|Shirley Temple by Ideal, 1950s|
|New dolls to restore|
Besides the Auction Event I have just been slammed with work since school started. Getting three kids off to school with all their accoutrements before 7 AM is hard enough. Today I had to chase down the elementary school bus in my nightgown and robe to give my son his forgotten bag. Naturally several neighbors were waiting in their cars behind the bus, so they got to watch this fiasco. Then once the kids are off I have to get my shipping and accounting finished, get a workout in, complete my household chores, attend band competitions and performances, and then restore new dolls for the shop. It doesn't leave a lot of time for blogging! In fact, several times over the past few weeks I've been in bed before 10:30 on Friday nights because I just couldn't hold my eyes open. Last Sunday I had such an awful migraine I couldn't see straight and ended up sleeping for about 14 hours that day! I just really needed the rest, I guess. I have managed to finish a couple dolls over the past two weeks, however, and they are both curly-headed darlings.
|Shirley's eyes needed replacing.|
|Shirley's unusual head hook|
First up is Shirley Temple by Ideal. This doll dates to the late 1950s and came in a lot with the Toni I restored a few weeks back and several other dolls. These dolls were all slightly damp, a result of being stored in a box with a Tiny Tears whose eyes were leaking because water had been left inside her. Shirley's eyes had gotten wet as well and they were cloudy and sticking open so I decided to replace them. When I removed Shirley's head I couldn't believe my eyes. She has the biggest head hook I've ever seen! I'm not sure why Ideal felt the need to place such an imposing apparatus inside the head; she's not a walker or anything. She was made when vinyl was a new material, so all I can think is they were afraid the face might collapse after a while (as sometimes happened with latex rubber and "Magic Skin" dolls) and put a wide metal armature in to support it. At any rate, I was lucky my husband was able to get the head back in place after I replaced the eyes. I couldn't do it. He heated the vinyl with a hair dryer and then used a special tool, a screwdriver used to repair irrigation system sprinkler heads, to pull the vinyl back down onto the hook. Another thing to note if you need to repair one of these dolls is that you will have to remove the teeth before you remove the head because otherwise the teeth could get broken. You just pop them out and then stick them back in when you're finished.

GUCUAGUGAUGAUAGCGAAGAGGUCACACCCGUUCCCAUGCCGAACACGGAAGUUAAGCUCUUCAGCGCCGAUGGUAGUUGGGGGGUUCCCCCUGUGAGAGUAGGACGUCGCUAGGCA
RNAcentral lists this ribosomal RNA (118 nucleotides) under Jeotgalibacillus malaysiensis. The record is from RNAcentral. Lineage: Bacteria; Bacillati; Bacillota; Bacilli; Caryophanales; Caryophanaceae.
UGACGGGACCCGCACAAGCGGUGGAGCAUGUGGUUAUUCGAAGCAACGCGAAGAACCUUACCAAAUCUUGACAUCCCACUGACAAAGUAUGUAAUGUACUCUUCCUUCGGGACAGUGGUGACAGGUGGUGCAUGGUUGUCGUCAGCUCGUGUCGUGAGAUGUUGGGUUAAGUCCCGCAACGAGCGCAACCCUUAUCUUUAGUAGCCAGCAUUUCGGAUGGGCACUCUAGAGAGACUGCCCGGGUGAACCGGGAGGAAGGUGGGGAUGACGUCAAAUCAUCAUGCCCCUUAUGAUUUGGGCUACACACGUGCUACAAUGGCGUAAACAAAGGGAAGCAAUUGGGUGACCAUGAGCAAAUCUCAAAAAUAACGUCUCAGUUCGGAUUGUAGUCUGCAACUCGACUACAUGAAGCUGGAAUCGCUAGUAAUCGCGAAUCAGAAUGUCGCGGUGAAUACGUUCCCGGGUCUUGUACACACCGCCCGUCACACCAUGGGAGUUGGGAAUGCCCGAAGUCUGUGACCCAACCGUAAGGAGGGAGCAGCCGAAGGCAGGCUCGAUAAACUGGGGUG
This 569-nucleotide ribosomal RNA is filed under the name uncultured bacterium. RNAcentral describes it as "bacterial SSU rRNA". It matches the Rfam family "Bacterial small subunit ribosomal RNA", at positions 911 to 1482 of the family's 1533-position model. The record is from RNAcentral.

|The special sprinkler screwdriver.|
|Gently heat the vinyl head to replace it.|
After Shirley got new eyes she had her hair styled because it was a bit flat in back. Then she got dressed in her untagged but original outfit. The only pieces she didn't wear upon arrival are her shoes and socks, which I had to special-order. The shoes are marked "Ideal" but all the rest of her clothes are unmarked.
|The restored doll|
|The doll is marked on her back.|
|The doll is marked ST-17-1 on her head.|
Shirley's only flaws are dye transfer on her waist and arms and hands, as well as light age spots here and there. These aren't very noticeable at all. Shirley and her clothes are perfect for display and even sturdy enough for play, although you should remember vintage toys may not meet today's standards for playthings.
|Dye transfer on the waist|
|Dye transfer on the arms and hands.|
|Shirley's original clothes|
|Her dress has an attached slip.|
|She wears her original barrette.|
|"Briana", an OOAK doll|
|She is marked Horsman B-18 and has been re-wigged.|
I gave Briana a good scrubbing and styled her wig with red ribbons. I dressed her in a vintage Korean knitted sailor suit and matching red shoes. The sailor suit looks almost like something Shirley Temple would wear! It's perfect for Briana, too.
|I styled her wig.|
|Her diaper or panties|
|The panties have age spots.|
|Her arm and hand have spots.|
I gave Briana a bottle and real vintage baby toy to hold. The bottle can be filled with water, but you have to squeeze it to squirt the water into the doll's mouth, as the nipple doesn't fit into the hole in her lips. I don't recommend "feeding" drink and wet dolls, however, as it causes them to get full of mold and deteriorate over time. It can turn their eyes cloudy as well. However, sometimes you have a child who really wants to feed their doll and change diapers. For a while my daughter was just obsessed with these dolls and I bought her a cheap vintage one to play with. It can be really helpful while potty training to have a doll like this because it teaches the concept of being aware of needing to go after drinking or eating a lot and can help kids watch out for that in themselves. In fact, my youngest son played with his sister's wetting doll when we were training him and he really enjoyed caring for his "baby". If you do allow a child to play with this doll in that manner just make sure to empty all the water from the doll before storing her away. It doesn't hurt to dry her out with a hair dryer set on low to protect her eyes, either.
|The finished doll with her accessories|
|She can drink from her bottle.|
|Her sleep eyes work.|
|She holds a real baby toy.|
|Her paint is all original.|